Brownies represent the alter ego of bittermelons. Instead of embracing the bitter, brownies challenge us to endure the abundance of sweetness. Brownies with a hint of roasted bitterness and bittermelon bhaji with a hint of roasted sweetness operate like a dynamic gastronomic yin-yang. Most taste and encounters with others happen within this range. Sweetness and bitterness, ease and effort, are encounters that asks us to notice our repulsion and attraction to things. Life happens between tastes of bittermelons and brownies, between bitter medicine and sweet poison.
I have yet to meet a person who hates brownies. Unlike bittermelon, brownies are not an acquired taste. The sweet, moist and dense brownie conquers and overcomes bitterness unlike bittermelon bhaji that celebrates it. The beloved brownie does not have the unpleasant bitterness of a thing that cleanses the human liver or the risk of a thing that boils over and requires unpleasant cleanup, like dal. There are ways to make an experience of brownies, unpleasant. Just imagine biting into a brownie and hearing an unwelcomed crunch, maybe of an errant eggshell shard.
Broken off into small bites with hot coffee or cold milk, or spooned from a bowl, warm and draped in melting vanilla ice cream, casual or elegant, there is no wrong way to eat a brownie. A miracle food in my house, brownies are one of the few foods celebrated by all members of my chopped and blended family. In the past, in addition to special occasion dessert, a squat tower of brownies served as the platform for birthday candles, as well as traveled, boxed, to school as birthday treats instead of cupcakes.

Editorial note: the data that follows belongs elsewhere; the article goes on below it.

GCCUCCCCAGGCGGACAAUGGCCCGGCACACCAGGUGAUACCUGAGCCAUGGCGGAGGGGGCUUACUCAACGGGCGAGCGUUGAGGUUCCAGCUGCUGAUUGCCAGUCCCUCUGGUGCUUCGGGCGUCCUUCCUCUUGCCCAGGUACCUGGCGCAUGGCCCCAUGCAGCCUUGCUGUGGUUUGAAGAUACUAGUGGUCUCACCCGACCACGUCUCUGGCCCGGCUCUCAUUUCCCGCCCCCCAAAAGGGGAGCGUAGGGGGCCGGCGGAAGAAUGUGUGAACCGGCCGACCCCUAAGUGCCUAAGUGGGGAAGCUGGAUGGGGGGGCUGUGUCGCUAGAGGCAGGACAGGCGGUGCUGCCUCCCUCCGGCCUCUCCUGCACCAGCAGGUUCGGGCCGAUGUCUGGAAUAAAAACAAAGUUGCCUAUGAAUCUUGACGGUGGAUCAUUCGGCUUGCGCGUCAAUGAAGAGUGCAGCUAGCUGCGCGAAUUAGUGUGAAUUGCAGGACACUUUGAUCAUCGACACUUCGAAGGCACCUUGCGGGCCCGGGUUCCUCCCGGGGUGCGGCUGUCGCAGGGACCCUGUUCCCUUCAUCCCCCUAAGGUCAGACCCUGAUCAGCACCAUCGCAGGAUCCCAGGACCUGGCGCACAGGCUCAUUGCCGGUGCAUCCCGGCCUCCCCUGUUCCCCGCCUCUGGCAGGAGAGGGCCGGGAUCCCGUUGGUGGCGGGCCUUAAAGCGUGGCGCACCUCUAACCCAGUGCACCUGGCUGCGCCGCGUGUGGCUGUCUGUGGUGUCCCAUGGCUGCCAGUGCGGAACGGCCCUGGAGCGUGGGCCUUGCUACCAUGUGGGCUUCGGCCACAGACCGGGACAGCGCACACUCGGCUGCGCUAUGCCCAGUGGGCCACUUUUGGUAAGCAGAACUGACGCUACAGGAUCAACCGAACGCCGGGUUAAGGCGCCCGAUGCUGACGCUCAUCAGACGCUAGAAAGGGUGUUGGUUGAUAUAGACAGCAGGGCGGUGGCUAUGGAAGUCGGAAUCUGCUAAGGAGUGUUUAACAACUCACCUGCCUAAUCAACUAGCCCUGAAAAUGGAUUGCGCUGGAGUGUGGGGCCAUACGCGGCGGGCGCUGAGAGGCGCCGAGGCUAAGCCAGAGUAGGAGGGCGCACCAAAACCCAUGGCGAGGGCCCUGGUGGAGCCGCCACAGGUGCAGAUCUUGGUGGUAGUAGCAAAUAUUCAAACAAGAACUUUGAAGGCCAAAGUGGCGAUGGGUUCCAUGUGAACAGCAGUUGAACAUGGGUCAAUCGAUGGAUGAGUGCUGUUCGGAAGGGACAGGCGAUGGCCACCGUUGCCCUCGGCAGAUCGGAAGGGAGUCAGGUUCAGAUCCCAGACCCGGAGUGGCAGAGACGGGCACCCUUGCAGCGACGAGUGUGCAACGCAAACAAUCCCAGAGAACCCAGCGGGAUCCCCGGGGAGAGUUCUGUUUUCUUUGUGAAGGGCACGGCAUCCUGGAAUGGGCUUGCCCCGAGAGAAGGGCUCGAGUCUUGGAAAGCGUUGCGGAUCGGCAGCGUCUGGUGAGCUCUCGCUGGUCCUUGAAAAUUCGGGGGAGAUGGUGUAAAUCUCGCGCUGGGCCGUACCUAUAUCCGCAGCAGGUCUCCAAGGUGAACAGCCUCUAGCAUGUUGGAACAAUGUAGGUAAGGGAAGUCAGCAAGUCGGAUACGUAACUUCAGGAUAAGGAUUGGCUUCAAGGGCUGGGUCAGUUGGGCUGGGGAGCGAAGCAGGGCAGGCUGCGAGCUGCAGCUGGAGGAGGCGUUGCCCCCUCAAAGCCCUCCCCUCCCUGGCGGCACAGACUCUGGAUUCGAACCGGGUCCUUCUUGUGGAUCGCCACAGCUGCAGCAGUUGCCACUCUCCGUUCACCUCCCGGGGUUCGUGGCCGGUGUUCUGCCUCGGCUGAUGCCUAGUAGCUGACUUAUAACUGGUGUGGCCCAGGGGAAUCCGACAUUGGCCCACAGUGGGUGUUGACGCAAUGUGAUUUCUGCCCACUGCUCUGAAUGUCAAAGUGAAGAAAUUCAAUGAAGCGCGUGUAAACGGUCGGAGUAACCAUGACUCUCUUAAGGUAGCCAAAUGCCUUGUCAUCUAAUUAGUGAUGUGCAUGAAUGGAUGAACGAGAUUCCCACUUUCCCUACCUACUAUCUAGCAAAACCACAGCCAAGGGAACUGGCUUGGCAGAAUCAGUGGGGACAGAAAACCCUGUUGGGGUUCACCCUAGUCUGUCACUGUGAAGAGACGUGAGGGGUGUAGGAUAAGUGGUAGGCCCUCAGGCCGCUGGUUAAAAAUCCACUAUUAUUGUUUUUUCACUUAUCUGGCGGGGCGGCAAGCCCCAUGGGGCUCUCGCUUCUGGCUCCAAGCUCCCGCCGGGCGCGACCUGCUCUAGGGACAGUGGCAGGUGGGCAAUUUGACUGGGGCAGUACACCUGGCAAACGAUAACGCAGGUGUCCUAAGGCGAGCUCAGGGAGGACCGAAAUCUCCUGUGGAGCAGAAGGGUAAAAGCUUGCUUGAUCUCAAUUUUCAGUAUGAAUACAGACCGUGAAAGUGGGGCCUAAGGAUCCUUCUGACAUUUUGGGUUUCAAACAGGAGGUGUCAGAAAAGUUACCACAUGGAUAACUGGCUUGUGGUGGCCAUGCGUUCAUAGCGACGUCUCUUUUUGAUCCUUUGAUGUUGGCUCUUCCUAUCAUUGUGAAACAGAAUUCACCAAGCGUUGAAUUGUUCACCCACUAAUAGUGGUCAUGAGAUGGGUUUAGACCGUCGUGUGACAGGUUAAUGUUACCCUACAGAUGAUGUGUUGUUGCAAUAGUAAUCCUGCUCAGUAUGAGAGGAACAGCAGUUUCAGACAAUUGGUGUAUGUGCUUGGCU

Brownies represent a magical definition-defying confection between cake and candy. A small square aims to deliver big taste for the elegant and casual American diner. Dense and moist enough to be picked up and bit into without an uncivilized shower of cake crumbles, brownies exist for a society on the go and perfectly represents a designed American cultural experience. In fact, the brownie was invented as a portable dessert for the ladies meeting at Chicago’s Palmer house to discuss the Chicago World’s Fair. Today a “to-go” version of this confection at the Palmer House comes boxed and wrapped with a ribbon. The packaging also includes a brief history and the original recipe. The taste can be described as dense yet delicate, with a texture between fudge and cake that melts in your mouth. The walnuts that give the confection texture compose the top layer and are coated with a light glaze. The recipe says it’s an apricot glaze but a fruity taste is hardly noticeable.
I chose Michael Ruhlman’s, Make Ahead Brownies recipe as a guide for Atiya’s 15th birthday brownie for two reasons: he claims the recipe is as “easy to make as pancakes” and his recipe yields a big half sheet pan. I quickly learned that the abundant size came with other considerations. For example, an equally big bowl and muscles are needed for mixing. I tried mixing the batter in the stand mixer while pouring the melted butter. I ended up with a melted butter shower all over the countertops and floors. It was a messy unpleasant clean up.
The next time I baked these brownies, I learned my lesson and stirred the batter in my largest bowl with my very own elbow grease. This was one of the few cooking instances where technology did not enhance the experience. Beware of technological shortcuts.
The brownies are wonderful: intensely chocolaty, fudgy, dense and delicious at any temperature.
I love the simplicity of the measurements that can be easily halved by the math-challenged like me. Look to Ruhlman’s recipe for details and his introductory narrative.